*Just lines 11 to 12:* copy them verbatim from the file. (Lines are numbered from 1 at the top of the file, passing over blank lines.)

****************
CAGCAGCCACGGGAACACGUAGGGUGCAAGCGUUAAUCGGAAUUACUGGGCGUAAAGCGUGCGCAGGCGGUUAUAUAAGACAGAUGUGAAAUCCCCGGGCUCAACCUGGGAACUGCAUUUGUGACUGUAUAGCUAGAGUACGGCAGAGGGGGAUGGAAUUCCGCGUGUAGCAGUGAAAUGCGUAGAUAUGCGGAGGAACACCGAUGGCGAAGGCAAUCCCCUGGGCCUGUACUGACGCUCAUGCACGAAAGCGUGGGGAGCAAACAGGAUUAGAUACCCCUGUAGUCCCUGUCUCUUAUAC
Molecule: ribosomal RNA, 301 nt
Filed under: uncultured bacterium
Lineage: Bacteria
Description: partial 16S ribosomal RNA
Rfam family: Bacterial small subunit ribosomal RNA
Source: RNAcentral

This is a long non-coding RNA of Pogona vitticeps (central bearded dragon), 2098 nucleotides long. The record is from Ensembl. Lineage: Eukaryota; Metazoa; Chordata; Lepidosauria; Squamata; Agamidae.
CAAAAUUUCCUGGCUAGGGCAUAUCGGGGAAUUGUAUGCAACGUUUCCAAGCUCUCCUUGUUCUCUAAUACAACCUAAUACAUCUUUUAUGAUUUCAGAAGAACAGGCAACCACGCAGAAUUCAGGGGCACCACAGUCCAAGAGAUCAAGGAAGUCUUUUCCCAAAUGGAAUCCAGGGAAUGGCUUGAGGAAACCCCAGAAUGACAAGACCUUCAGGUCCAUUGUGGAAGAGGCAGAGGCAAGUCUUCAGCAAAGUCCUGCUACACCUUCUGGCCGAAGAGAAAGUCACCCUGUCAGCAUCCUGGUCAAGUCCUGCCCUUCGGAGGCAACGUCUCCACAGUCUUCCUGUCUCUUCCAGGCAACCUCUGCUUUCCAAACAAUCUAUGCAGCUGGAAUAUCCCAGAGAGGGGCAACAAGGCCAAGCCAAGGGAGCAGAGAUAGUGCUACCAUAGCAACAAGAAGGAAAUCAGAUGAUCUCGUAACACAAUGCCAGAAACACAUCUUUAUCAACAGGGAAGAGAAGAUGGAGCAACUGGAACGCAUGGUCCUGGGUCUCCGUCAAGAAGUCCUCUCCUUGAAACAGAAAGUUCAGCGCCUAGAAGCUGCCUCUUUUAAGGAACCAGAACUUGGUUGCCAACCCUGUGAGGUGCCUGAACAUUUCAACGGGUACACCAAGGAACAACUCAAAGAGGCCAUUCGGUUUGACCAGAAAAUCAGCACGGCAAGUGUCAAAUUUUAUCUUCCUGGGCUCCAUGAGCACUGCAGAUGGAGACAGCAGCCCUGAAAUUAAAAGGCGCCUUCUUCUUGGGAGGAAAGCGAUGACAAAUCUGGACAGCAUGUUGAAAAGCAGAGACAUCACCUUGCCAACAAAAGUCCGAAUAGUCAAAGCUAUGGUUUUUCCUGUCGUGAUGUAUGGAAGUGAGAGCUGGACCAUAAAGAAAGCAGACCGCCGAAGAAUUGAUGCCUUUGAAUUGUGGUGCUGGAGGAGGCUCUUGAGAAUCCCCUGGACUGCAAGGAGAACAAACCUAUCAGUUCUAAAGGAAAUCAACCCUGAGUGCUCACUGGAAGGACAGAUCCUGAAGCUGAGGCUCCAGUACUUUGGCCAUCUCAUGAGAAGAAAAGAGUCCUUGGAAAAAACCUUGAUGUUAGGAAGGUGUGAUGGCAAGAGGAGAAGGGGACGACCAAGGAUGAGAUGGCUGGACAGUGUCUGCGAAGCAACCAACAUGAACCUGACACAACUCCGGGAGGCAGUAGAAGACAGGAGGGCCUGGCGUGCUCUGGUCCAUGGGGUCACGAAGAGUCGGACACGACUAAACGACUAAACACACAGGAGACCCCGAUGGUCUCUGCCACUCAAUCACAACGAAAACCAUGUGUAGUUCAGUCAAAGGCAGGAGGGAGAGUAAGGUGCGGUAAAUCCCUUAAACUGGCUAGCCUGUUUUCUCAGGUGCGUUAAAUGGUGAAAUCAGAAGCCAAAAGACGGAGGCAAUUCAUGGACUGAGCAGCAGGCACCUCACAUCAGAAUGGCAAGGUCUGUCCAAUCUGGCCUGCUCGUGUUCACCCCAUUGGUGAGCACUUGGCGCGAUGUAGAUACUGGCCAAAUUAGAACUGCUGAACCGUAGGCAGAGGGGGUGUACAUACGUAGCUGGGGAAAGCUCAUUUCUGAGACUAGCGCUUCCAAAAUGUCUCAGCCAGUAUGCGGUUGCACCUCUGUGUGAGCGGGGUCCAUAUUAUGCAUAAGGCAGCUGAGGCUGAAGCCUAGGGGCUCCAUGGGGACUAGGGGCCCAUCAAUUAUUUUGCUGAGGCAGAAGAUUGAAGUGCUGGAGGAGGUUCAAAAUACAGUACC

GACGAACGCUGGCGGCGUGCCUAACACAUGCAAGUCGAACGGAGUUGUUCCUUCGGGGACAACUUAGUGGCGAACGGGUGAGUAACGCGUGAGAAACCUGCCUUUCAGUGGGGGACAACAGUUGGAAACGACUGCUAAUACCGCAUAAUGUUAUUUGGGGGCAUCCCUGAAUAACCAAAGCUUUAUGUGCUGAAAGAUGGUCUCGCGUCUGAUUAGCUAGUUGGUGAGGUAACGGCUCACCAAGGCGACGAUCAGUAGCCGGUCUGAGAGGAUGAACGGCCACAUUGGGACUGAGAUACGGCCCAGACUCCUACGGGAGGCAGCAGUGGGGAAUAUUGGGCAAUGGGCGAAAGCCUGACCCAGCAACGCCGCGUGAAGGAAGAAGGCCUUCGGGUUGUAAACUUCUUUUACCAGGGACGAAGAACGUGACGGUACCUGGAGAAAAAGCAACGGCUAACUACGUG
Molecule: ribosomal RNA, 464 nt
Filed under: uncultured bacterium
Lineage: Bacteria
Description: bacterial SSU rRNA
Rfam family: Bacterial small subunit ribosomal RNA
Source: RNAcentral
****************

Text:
Molecule: ribosomal RNA, 464 nt
Filed under: uncultured bacterium